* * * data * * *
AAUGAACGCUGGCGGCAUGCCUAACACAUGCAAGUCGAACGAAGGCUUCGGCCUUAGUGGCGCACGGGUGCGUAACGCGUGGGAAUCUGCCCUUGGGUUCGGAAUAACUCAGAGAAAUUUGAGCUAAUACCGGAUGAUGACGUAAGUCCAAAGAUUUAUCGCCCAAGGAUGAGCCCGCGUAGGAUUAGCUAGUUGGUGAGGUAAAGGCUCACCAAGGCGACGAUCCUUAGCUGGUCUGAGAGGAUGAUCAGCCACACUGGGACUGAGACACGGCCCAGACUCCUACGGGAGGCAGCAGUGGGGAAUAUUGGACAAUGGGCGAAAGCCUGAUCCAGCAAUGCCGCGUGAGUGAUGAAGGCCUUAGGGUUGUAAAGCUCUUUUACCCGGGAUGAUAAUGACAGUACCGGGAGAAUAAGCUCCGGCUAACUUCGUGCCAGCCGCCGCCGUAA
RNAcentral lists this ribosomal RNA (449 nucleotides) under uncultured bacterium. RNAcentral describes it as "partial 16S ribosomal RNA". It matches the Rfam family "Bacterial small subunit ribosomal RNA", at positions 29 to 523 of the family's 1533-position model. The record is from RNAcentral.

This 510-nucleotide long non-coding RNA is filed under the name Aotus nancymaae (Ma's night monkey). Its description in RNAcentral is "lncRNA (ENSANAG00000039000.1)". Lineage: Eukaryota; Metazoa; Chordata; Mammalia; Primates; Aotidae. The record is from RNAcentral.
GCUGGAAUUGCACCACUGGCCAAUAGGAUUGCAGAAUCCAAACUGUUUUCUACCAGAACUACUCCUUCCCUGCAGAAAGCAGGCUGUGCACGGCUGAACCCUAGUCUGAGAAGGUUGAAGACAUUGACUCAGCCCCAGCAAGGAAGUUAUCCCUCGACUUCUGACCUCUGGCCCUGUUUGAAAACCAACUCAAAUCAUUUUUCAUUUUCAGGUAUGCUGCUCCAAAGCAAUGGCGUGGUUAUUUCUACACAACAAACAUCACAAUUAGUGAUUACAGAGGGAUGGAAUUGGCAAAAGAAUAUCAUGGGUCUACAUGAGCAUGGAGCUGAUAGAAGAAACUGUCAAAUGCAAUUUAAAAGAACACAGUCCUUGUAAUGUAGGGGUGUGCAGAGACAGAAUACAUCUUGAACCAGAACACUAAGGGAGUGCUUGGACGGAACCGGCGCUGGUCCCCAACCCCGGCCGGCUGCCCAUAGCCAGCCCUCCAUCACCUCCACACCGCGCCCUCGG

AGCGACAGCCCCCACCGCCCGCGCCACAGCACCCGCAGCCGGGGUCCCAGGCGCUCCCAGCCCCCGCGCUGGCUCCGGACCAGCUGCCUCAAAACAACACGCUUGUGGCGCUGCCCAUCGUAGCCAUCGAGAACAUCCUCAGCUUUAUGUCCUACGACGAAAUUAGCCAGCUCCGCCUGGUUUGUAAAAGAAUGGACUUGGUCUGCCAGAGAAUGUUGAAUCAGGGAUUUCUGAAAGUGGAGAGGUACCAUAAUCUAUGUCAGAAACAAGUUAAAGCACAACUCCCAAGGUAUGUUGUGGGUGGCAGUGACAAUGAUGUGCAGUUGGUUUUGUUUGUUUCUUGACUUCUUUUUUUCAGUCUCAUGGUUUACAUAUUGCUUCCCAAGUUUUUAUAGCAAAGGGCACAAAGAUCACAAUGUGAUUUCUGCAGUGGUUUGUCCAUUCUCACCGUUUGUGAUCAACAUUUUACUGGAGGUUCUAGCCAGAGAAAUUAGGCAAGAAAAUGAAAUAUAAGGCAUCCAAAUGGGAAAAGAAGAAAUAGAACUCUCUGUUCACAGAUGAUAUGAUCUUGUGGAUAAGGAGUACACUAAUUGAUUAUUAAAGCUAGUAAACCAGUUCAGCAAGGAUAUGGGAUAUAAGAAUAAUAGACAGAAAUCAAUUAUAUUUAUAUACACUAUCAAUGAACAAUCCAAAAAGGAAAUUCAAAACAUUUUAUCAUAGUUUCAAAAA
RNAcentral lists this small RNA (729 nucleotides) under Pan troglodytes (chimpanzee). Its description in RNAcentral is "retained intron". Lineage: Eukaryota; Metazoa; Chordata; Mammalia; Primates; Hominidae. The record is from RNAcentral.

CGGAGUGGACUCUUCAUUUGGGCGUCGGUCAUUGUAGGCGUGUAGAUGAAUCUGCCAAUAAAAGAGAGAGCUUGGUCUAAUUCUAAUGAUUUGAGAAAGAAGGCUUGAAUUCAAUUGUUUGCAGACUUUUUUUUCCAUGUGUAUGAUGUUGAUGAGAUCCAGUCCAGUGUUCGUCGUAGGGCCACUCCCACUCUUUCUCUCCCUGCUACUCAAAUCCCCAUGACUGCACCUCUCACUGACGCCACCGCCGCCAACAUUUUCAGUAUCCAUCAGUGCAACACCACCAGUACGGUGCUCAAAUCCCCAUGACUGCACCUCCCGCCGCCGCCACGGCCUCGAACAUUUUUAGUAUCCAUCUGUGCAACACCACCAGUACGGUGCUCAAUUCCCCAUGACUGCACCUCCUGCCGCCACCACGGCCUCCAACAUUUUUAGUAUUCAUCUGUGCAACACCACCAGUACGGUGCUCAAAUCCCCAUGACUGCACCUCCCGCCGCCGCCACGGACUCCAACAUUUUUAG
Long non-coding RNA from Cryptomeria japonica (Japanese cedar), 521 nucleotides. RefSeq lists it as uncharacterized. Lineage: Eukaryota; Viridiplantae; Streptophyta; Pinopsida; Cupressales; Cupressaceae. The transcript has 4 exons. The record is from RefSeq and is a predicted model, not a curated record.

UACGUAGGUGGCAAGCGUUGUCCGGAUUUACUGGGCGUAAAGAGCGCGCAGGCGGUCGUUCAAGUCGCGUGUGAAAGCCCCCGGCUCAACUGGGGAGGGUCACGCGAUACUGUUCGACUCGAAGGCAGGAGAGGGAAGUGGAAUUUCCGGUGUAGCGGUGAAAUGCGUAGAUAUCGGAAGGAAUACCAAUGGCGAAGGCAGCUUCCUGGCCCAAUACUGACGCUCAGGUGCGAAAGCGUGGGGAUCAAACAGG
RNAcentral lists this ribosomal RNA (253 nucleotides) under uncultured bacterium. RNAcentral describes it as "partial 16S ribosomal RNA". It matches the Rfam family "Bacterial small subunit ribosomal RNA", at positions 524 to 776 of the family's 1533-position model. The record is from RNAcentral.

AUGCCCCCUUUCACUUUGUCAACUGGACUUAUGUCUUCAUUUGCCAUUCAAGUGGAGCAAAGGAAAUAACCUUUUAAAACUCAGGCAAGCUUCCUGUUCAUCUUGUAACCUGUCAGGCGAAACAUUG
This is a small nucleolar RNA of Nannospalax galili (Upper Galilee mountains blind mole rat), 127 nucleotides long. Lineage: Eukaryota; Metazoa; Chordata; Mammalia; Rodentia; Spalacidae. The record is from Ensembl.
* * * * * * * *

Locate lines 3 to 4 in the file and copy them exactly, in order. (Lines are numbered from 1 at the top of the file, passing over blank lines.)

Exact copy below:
This 510-nucleotide long non-coding RNA is filed under the name Aotus nancymaae (Ma's night monkey). Its description in RNAcentral is "lncRNA (ENSANAG00000039000.1)". Lineage: Eukaryota; Metazoa; Chordata; Mammalia; Primates; Aotidae. The record is from RNAcentral.
GCUGGAAUUGCACCACUGGCCAAUAGGAUUGCAGAAUCCAAACUGUUUUCUACCAGAACUACUCCUUCCCUGCAGAAAGCAGGCUGUGCACGGCUGAACCCUAGUCUGAGAAGGUUGAAGACAUUGACUCAGCCCCAGCAAGGAAGUUAUCCCUCGACUUCUGACCUCUGGCCCUGUUUGAAAACCAACUCAAAUCAUUUUUCAUUUUCAGGUAUGCUGCUCCAAAGCAAUGGCGUGGUUAUUUCUACACAACAAACAUCACAAUUAGUGAUUACAGAGGGAUGGAAUUGGCAAAAGAAUAUCAUGGGUCUACAUGAGCAUGGAGCUGAUAGAAGAAACUGUCAAAUGCAAUUUAAAAGAACACAGUCCUUGUAAUGUAGGGGUGUGCAGAGACAGAAUACAUCUUGAACCAGAACACUAAGGGAGUGCUUGGACGGAACCGGCGCUGGUCCCCAACCCCGGCCGGCUGCCCAUAGCCAGCCCUCCAUCACCUCCACACCGCGCCCUCGG